Gaffney has a breathtaking and at times nearly otherworldly ability to read horses by closely studying their bodies, and then to capture what she sees with her prose ... Memoir is not journalism, but since the mode of this book is one of intimate observation, the use of composite characters feels a little dismaying; if you read that author’s note and then follow along as Gaffney draws characters like Tony, Randy, Eliza and Joey with tremendous sensitivity and sympathy, it brings you up short to realize that in fact there may be no Joey, the defeated young man who forms a bond with the wounded horse, Luna, after she watches him rescue a litter of feral kittens ... A gift for documenting infinitesimal gradations of fear, anger or sheer sensory joy animates Gaffney’s scenes of the interactions of the residents and the horses ... But the book moves sometimes disjointedly between these deeply perceptive parts and Gaffney’s emphasis on what she describes as her own brokenness ... you can’t help wanting Gaffney to stay with the horses, with her truly transcendent writing about them and their world, honoring them as creatures with exquisitely refined and attuned senses, and a silent yet visible language that will reward those who learn to read it.
Gaffney pulls off the impressive feat of translating horses and humans. She creates lyricism through experience, landscape, and empathy. Not only does she avoid the often cringe-worthy tropes we see regarding horses, but she also swerves away from stereotyping the incarcerated population in the United States ... As a trainer, Gaffney brings some hard-knock knowledge to her writing. There is a raw physicality in each scene featuring a horse ... each character is portrayed with humanity and a deep complexity ... Her disclosure and the quietness of her writing are a refreshing change from the dominant narrative that American horse culture is loud, deeply conservative, and heteronormative ... also a book steeped in place. Even though it loves the West, it refuses to look away from the region’s hard bits. The high desert landscape is never center stage, yet it is always present. The dust and extreme sun seep through the scenes in a way unique to those who write well about that part of the country ... The healing here is hard-won, subtle, and small. And that makes it all the more miraculous.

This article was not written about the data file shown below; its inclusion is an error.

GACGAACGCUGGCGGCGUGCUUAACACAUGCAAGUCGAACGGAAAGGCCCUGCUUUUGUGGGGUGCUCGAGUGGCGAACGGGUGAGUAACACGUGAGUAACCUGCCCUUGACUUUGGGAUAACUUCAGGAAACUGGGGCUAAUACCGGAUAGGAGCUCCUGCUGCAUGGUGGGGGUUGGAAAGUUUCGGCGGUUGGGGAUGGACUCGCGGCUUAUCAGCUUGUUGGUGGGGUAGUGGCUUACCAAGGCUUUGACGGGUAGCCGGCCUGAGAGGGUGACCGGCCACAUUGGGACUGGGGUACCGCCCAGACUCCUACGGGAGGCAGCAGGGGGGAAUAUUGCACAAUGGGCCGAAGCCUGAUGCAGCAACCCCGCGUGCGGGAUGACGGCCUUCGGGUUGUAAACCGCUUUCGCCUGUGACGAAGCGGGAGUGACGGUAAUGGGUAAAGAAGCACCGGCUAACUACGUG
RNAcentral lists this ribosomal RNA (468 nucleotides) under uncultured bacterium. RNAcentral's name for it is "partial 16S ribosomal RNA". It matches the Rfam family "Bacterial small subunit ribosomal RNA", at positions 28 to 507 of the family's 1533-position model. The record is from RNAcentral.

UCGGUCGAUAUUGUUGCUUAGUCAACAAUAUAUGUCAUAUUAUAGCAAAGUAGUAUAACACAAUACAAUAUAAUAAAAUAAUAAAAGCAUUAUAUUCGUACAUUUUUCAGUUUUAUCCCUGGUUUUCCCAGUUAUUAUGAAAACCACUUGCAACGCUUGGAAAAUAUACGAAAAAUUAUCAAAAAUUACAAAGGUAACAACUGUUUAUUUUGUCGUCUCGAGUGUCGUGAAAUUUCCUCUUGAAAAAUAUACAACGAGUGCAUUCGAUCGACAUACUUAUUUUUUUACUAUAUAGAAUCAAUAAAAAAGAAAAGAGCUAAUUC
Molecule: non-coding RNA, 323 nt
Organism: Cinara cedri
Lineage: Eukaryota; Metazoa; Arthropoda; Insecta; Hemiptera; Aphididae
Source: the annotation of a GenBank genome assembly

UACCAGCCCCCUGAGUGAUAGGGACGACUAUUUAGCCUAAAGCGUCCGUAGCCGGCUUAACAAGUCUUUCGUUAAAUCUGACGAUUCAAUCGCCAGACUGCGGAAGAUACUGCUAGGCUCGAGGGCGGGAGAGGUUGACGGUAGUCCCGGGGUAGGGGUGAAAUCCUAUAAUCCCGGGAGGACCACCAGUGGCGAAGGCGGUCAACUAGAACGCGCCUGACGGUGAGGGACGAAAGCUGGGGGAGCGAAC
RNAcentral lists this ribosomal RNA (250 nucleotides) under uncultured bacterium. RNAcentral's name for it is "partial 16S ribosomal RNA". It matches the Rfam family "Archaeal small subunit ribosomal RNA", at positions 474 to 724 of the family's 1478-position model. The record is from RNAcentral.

In the author’s note of this fascinating memoir, Ginger Gaffney lets readers know exactly what’s to come. The dialogue is drawn from memory, and yes, she’s made some character composites of the more than 50 residents at the alternative prison ranch where she volunteered during the year and a half the book covers. But some of the most compelling characters here don’t speak in words: They are horses. And in Gaffney’s book, they come alive.